Friendly but formal
It is always best to address your email recipient by their first name, ideally with “Hi” instead of “Dear” (the use of “Dear” as a salutation really belongs in postal letters).
You should write in a professional, courteous, and brief tone.
Sign off with “Regards” or “Kind regards” instead of “Yours”, “Yours sincerely”, or “Yours faithfully”. We have also had a lot of success in using “Thanks in advance” as the sign-off.
1. Follow up emails for LinkedIn connections
With a standard LinkedIn introductory message, the distance between you and the prospect is the greatest.
When someone asks you to connect on LinkedIn or better yet, sends you an introductory message, you should do your due diligence.
From their LinkedIn profile, find out as much about their company and the position they hold within their company. Check out the company’s website, read online reviews of their products and services, and investigate the market they operate in.
In case you feel that you and your company have something valuable to offer them, write a short message.
The first part of your message should demonstrate a knowledge of them and their business. Second, you show you know the sector they operate in and the challenges they face. You’re also asking for a time to speak with them.
If you don’t get a response, please go to option 10 in this article for suggestions on how to proceed.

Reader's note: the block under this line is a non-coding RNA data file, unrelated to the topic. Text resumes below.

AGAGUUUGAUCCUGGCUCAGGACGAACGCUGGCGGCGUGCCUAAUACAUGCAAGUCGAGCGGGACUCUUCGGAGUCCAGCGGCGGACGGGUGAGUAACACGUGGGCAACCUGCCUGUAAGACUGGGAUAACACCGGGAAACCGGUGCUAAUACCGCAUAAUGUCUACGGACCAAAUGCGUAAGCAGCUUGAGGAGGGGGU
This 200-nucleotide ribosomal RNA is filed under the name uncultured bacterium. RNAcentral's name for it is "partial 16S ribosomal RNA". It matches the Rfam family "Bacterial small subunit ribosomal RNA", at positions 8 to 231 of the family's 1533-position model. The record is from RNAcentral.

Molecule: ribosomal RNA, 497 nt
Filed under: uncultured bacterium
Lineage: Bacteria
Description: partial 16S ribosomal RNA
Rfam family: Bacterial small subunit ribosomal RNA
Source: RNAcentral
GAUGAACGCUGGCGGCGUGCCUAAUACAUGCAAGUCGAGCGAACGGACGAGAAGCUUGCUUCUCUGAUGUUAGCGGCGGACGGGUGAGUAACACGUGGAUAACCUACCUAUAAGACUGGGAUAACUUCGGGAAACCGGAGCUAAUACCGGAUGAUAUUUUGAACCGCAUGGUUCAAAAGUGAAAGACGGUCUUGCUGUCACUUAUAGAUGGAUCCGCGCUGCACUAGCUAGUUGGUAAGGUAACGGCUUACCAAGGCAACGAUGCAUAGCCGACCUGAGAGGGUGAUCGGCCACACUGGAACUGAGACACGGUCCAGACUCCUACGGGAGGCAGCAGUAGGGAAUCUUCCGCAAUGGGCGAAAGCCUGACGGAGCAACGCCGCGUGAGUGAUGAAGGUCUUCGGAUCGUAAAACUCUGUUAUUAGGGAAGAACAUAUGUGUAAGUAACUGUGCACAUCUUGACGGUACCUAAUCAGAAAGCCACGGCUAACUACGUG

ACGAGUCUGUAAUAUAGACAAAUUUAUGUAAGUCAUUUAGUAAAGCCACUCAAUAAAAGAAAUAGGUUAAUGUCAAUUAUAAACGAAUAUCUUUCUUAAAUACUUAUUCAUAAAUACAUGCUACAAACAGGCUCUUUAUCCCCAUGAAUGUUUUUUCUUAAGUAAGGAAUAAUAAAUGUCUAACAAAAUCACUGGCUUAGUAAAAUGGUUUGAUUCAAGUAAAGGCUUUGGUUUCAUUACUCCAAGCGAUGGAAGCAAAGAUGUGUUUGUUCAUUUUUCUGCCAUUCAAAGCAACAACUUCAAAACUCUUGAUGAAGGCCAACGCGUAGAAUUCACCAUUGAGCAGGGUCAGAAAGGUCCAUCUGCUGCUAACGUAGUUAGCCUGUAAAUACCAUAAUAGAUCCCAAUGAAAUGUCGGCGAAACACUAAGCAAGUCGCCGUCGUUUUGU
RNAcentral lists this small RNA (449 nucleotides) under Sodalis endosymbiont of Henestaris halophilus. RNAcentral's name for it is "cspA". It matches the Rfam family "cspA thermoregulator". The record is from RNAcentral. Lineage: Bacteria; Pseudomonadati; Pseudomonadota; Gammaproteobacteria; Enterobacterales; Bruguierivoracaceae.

2. Follow up emails after a trade show
Follow up with every prospect you met as soon as possible after a conference. You want to make sure your message reaches them in their inbox when they return to their office after meeting dozens of potential suppliers at the trade show.
Always carry a pen and notepad with you when interacting with delegates and attendees so that you can take notes on particular prospects for your follow-up emails.
Follow-up emails should include a picture of your stand and yourself, along with any gimmicks or features you used. This will help prospects to remember you, your team, and your business.
In your subject line, mention the trade show, your name, and your company name. You can, of course, leave your name out of the subject line if it is already in the “From” field.
If you receive no answer, please proceed to point 10.
3. Follow up emails after a networking event
Expos and trade shows are noisy affairs with a lot of distractions. The type of conversation you have at networking events (especially business breakfasts) is likely to be more in-depth and less time-pressured.
At a networking event, you may want to carry a pen and notepad, but writing information down when you’re talking to someone won’t feel natural. After a conversation, you should try to recall as much as you can and put it on paper so that you can review the most important points.
Your subject line should contain the networking event, your name (unless it appears in the “From” field on emails you send), and your company.
4. Follow up emails to voicemail (“sorry I missed you” follow up emails)
Often, people prefer to follow up by phone rather than email. This is a rational strategy, given that most business contracts are signed after a number of conversations and rapport is established. We’ve found that it’s always better to leave a voicemail than to not leave one, even when many of us no longer like voicemail.
Simple subject lines will do, like “Missed call at (time) on (date)”. Follow up this email with a slightly longer one on your proposal within an hour or two.